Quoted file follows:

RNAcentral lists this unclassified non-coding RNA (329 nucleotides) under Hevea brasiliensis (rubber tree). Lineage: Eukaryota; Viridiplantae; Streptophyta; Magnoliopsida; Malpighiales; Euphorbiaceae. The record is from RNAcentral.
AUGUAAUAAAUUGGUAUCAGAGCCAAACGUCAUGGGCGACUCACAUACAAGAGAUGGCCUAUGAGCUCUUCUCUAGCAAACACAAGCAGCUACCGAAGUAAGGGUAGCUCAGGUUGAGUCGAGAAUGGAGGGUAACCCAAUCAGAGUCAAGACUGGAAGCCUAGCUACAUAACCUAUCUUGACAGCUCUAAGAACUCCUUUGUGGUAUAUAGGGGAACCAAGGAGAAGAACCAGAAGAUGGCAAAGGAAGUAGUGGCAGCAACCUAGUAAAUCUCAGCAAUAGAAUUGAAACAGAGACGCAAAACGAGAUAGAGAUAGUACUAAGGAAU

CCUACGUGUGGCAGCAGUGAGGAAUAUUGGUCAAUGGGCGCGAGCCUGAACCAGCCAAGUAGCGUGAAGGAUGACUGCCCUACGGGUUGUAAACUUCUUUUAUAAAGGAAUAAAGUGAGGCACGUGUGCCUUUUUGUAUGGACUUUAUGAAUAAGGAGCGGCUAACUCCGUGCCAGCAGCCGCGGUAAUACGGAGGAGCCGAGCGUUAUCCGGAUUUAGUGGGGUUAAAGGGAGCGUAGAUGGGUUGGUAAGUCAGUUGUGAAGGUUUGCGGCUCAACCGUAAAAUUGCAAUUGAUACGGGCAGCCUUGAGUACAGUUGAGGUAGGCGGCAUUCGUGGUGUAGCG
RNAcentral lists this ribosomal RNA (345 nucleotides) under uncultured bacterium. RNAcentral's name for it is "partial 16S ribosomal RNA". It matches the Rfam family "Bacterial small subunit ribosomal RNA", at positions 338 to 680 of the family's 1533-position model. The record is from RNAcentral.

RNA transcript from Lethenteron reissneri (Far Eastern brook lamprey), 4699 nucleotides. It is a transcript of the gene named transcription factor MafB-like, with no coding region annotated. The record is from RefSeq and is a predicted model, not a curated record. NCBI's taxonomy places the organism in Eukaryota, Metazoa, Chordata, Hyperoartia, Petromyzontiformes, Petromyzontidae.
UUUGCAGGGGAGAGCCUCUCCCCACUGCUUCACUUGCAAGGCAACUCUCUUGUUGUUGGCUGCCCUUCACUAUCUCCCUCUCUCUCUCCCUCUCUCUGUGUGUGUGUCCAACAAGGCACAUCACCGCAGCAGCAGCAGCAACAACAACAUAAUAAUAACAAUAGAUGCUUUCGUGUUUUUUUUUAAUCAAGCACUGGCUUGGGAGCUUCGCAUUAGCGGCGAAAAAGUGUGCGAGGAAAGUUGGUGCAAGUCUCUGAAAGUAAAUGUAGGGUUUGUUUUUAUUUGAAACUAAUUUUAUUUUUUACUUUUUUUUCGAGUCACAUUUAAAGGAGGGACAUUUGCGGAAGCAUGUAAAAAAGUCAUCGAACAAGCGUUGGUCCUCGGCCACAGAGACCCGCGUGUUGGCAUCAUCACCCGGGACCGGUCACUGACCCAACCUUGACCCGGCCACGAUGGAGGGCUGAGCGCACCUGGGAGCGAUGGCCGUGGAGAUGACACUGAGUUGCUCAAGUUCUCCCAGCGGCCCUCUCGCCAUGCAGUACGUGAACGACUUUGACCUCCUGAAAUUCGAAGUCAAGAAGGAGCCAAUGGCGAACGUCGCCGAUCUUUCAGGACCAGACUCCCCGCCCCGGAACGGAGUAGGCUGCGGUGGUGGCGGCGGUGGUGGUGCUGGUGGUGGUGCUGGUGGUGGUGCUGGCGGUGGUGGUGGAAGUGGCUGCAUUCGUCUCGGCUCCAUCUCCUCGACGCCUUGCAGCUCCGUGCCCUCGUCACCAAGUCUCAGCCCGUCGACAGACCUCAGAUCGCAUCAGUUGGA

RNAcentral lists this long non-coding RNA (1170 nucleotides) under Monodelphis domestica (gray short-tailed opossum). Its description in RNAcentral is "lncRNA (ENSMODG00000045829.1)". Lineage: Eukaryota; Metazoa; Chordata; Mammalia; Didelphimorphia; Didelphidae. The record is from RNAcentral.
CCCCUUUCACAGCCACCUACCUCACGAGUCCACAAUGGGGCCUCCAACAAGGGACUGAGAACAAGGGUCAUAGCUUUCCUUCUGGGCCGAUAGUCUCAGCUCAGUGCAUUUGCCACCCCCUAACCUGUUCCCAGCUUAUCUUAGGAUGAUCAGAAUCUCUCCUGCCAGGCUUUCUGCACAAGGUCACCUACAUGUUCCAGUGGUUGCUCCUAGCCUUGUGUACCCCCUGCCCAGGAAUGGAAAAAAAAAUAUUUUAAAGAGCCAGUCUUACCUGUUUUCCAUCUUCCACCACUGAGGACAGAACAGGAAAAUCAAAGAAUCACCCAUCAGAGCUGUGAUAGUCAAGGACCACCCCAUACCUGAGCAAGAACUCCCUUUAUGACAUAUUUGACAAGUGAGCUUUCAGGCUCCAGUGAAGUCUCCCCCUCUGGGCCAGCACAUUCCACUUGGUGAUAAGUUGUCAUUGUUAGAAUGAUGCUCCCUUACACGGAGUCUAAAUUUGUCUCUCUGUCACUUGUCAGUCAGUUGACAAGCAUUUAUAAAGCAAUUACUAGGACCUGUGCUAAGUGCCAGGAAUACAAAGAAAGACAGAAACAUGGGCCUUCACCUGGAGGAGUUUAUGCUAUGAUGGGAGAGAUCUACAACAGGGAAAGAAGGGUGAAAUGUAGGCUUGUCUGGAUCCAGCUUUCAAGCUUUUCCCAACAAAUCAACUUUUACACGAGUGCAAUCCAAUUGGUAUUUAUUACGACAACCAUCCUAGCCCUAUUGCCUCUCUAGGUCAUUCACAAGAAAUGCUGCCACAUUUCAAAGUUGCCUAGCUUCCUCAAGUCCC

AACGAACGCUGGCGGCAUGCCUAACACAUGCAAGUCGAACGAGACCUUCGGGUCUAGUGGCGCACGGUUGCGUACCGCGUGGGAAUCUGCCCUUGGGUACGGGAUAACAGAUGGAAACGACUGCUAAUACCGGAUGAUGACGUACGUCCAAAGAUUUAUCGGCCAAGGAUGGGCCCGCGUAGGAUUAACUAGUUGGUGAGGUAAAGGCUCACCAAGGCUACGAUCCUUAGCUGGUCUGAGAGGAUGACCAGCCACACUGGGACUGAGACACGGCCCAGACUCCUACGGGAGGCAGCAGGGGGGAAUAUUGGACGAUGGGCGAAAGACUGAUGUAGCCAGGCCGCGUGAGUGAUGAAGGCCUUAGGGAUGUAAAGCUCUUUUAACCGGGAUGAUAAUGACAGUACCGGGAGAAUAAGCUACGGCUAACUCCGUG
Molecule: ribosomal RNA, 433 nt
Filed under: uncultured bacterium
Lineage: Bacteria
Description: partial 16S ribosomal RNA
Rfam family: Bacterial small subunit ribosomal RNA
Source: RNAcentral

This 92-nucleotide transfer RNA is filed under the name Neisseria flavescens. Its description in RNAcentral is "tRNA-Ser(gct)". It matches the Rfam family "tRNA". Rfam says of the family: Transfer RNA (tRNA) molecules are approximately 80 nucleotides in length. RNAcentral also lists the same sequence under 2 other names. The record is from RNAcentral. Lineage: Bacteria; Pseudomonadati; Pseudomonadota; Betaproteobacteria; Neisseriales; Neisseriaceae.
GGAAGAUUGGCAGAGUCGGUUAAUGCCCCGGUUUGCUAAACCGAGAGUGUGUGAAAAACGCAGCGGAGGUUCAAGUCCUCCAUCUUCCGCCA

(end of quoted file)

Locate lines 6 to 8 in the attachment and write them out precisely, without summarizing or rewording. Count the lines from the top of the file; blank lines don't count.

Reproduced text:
UUUGCAGGGGAGAGCCUCUCCCCACUGCUUCACUUGCAAGGCAACUCUCUUGUUGUUGGCUGCCCUUCACUAUCUCCCUCUCUCUCUCCCUCUCUCUGUGUGUGUGUCCAACAAGGCACAUCACCGCAGCAGCAGCAGCAACAACAACAUAAUAAUAACAAUAGAUGCUUUCGUGUUUUUUUUUAAUCAAGCACUGGCUUGGGAGCUUCGCAUUAGCGGCGAAAAAGUGUGCGAGGAAAGUUGGUGCAAGUCUCUGAAAGUAAAUGUAGGGUUUGUUUUUAUUUGAAACUAAUUUUAUUUUUUACUUUUUUUUCGAGUCACAUUUAAAGGAGGGACAUUUGCGGAAGCAUGUAAAAAAGUCAUCGAACAAGCGUUGGUCCUCGGCCACAGAGACCCGCGUGUUGGCAUCAUCACCCGGGACCGGUCACUGACCCAACCUUGACCCGGCCACGAUGGAGGGCUGAGCGCACCUGGGAGCGAUGGCCGUGGAGAUGACACUGAGUUGCUCAAGUUCUCCCAGCGGCCCUCUCGCCAUGCAGUACGUGAACGACUUUGACCUCCUGAAAUUCGAAGUCAAGAAGGAGCCAAUGGCGAACGUCGCCGAUCUUUCAGGACCAGACUCCCCGCCCCGGAACGGAGUAGGCUGCGGUGGUGGCGGCGGUGGUGGUGCUGGUGGUGGUGCUGGUGGUGGUGCUGGCGGUGGUGGUGGAAGUGGCUGCAUUCGUCUCGGCUCCAUCUCCUCGACGCCUUGCAGCUCCGUGCCCUCGUCACCAAGUCUCAGCCCGUCGACAGACCUCAGAUCGCAUCAGUUGGA

RNAcentral lists this long non-coding RNA (1170 nucleotides) under Monodelphis domestica (gray short-tailed opossum). Its description in RNAcentral is "lncRNA (ENSMODG00000045829.1)". Lineage: Eukaryota; Metazoa; Chordata; Mammalia; Didelphimorphia; Didelphidae. The record is from RNAcentral.
CCCCUUUCACAGCCACCUACCUCACGAGUCCACAAUGGGGCCUCCAACAAGGGACUGAGAACAAGGGUCAUAGCUUUCCUUCUGGGCCGAUAGUCUCAGCUCAGUGCAUUUGCCACCCCCUAACCUGUUCCCAGCUUAUCUUAGGAUGAUCAGAAUCUCUCCUGCCAGGCUUUCUGCACAAGGUCACCUACAUGUUCCAGUGGUUGCUCCUAGCCUUGUGUACCCCCUGCCCAGGAAUGGAAAAAAAAAUAUUUUAAAGAGCCAGUCUUACCUGUUUUCCAUCUUCCACCACUGAGGACAGAACAGGAAAAUCAAAGAAUCACCCAUCAGAGCUGUGAUAGUCAAGGACCACCCCAUACCUGAGCAAGAACUCCCUUUAUGACAUAUUUGACAAGUGAGCUUUCAGGCUCCAGUGAAGUCUCCCCCUCUGGGCCAGCACAUUCCACUUGGUGAUAAGUUGUCAUUGUUAGAAUGAUGCUCCCUUACACGGAGUCUAAAUUUGUCUCUCUGUCACUUGUCAGUCAGUUGACAAGCAUUUAUAAAGCAAUUACUAGGACCUGUGCUAAGUGCCAGGAAUACAAAGAAAGACAGAAACAUGGGCCUUCACCUGGAGGAGUUUAUGCUAUGAUGGGAGAGAUCUACAACAGGGAAAGAAGGGUGAAAUGUAGGCUUGUCUGGAUCCAGCUUUCAAGCUUUUCCCAACAAAUCAACUUUUACACGAGUGCAAUCCAAUUGGUAUUUAUUACGACAACCAUCCUAGCCCUAUUGCCUCUCUAGGUCAUUCACAAGAAAUGCUGCCACAUUUCAAAGUUGCCUAGCUUCCUCAAGUCCC